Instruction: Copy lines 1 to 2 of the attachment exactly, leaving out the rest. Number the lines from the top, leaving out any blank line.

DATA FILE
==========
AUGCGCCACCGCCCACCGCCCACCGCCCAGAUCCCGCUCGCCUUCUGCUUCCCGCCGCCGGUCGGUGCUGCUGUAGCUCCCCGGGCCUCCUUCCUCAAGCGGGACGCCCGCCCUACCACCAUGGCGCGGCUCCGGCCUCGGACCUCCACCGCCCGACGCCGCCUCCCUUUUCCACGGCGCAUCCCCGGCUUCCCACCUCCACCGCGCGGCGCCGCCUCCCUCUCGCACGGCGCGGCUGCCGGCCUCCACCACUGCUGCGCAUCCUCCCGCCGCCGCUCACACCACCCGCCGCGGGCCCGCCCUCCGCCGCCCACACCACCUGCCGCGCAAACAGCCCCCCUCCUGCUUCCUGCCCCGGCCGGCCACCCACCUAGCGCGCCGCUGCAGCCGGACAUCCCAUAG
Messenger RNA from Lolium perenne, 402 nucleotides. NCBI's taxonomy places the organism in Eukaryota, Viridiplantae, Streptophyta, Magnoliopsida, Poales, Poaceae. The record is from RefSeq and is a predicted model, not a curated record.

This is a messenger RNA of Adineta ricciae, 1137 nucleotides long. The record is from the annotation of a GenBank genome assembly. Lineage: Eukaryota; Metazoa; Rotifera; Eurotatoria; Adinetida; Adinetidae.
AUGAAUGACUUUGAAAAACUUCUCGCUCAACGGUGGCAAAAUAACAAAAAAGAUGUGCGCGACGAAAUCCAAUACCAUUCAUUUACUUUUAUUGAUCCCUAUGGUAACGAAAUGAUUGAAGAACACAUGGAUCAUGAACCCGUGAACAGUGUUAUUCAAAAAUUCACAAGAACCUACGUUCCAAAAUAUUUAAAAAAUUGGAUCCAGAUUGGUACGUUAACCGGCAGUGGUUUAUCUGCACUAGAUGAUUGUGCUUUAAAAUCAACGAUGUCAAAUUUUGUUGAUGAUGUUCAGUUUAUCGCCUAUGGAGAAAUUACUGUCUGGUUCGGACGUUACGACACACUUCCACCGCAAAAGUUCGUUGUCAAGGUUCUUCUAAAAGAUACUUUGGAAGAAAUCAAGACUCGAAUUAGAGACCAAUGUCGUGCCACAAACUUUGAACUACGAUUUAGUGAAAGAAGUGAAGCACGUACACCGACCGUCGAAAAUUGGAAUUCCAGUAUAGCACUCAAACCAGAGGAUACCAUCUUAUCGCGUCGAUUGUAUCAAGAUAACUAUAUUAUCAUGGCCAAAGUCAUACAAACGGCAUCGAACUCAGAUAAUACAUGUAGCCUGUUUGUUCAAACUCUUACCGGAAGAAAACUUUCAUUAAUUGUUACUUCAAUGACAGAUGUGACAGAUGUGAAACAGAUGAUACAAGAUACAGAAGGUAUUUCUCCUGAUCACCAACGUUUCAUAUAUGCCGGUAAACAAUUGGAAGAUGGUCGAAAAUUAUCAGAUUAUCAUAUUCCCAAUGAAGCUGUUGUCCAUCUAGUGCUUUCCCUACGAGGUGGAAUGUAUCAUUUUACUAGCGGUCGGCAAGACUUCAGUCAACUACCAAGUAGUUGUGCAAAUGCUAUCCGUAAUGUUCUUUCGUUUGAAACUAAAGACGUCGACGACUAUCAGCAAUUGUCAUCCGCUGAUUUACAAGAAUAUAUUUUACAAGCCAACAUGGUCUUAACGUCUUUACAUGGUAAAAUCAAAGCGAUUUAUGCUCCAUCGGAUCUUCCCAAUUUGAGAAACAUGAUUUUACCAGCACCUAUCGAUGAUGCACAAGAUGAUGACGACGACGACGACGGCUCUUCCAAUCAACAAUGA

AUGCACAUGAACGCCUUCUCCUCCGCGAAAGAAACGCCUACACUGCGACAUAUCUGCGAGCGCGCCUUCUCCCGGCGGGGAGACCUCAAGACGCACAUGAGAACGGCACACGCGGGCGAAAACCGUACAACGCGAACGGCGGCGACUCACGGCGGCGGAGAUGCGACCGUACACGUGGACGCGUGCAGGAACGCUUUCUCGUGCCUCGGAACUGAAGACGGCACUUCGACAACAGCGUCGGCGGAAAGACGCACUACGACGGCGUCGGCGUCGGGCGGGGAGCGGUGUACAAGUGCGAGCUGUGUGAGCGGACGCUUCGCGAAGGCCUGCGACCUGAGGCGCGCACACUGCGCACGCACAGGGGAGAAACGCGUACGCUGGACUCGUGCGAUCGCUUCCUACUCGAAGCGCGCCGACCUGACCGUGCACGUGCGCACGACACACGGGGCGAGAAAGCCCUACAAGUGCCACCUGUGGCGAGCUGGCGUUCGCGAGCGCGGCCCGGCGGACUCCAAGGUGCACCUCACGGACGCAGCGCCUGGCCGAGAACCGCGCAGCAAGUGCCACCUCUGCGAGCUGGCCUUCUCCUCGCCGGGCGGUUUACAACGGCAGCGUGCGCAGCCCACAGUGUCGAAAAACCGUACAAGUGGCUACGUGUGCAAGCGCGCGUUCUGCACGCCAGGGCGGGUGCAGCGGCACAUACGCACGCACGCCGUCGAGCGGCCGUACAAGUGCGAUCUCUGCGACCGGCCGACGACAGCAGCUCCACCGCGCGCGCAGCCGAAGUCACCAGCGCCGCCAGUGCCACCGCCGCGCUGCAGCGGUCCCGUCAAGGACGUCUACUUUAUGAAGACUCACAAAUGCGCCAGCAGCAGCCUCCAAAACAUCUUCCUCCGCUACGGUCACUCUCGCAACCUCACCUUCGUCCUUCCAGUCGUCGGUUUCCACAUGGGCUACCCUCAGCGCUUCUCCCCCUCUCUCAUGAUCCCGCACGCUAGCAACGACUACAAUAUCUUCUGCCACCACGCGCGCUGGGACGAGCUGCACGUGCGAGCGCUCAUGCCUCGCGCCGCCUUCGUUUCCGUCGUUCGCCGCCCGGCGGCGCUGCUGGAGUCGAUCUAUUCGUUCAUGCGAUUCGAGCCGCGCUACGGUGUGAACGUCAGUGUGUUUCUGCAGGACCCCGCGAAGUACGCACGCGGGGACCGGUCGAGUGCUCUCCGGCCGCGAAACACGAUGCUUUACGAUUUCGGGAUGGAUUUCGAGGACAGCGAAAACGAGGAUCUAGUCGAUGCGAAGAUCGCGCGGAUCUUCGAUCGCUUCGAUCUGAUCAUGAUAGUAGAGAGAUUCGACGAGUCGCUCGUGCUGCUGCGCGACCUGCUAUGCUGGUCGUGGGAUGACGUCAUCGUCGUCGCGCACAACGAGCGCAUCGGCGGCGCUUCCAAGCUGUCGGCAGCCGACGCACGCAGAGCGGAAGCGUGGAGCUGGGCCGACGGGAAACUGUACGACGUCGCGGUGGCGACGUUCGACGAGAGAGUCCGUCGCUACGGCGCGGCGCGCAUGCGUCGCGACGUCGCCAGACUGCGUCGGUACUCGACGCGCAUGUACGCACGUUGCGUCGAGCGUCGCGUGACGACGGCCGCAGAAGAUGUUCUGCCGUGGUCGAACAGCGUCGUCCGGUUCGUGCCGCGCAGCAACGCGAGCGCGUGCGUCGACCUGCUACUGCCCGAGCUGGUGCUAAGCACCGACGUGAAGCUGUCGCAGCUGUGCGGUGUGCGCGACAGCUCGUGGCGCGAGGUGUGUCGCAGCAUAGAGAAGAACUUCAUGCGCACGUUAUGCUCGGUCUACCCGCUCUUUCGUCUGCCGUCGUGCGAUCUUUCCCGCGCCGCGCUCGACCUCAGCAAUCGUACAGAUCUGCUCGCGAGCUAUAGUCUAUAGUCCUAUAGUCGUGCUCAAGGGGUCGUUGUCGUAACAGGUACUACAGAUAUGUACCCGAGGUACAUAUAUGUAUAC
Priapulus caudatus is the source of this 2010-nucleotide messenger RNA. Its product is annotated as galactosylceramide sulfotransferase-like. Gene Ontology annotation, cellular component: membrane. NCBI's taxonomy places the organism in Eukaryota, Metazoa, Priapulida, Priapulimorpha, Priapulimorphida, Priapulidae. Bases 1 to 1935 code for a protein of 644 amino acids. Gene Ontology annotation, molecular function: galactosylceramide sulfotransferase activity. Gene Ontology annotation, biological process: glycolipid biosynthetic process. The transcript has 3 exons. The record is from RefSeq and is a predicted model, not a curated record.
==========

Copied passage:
AUGCGCCACCGCCCACCGCCCACCGCCCAGAUCCCGCUCGCCUUCUGCUUCCCGCCGCCGGUCGGUGCUGCUGUAGCUCCCCGGGCCUCCUUCCUCAAGCGGGACGCCCGCCCUACCACCAUGGCGCGGCUCCGGCCUCGGACCUCCACCGCCCGACGCCGCCUCCCUUUUCCACGGCGCAUCCCCGGCUUCCCACCUCCACCGCGCGGCGCCGCCUCCCUCUCGCACGGCGCGGCUGCCGGCCUCCACCACUGCUGCGCAUCCUCCCGCCGCCGCUCACACCACCCGCCGCGGGCCCGCCCUCCGCCGCCCACACCACCUGCCGCGCAAACAGCCCCCCUCCUGCUUCCUGCCCCGGCCGGCCACCCACCUAGCGCGCCGCUGCAGCCGGACAUCCCAUAG
Messenger RNA from Lolium perenne, 402 nucleotides. NCBI's taxonomy places the organism in Eukaryota, Viridiplantae, Streptophyta, Magnoliopsida, Poales, Poaceae. The record is from RefSeq and is a predicted model, not a curated record.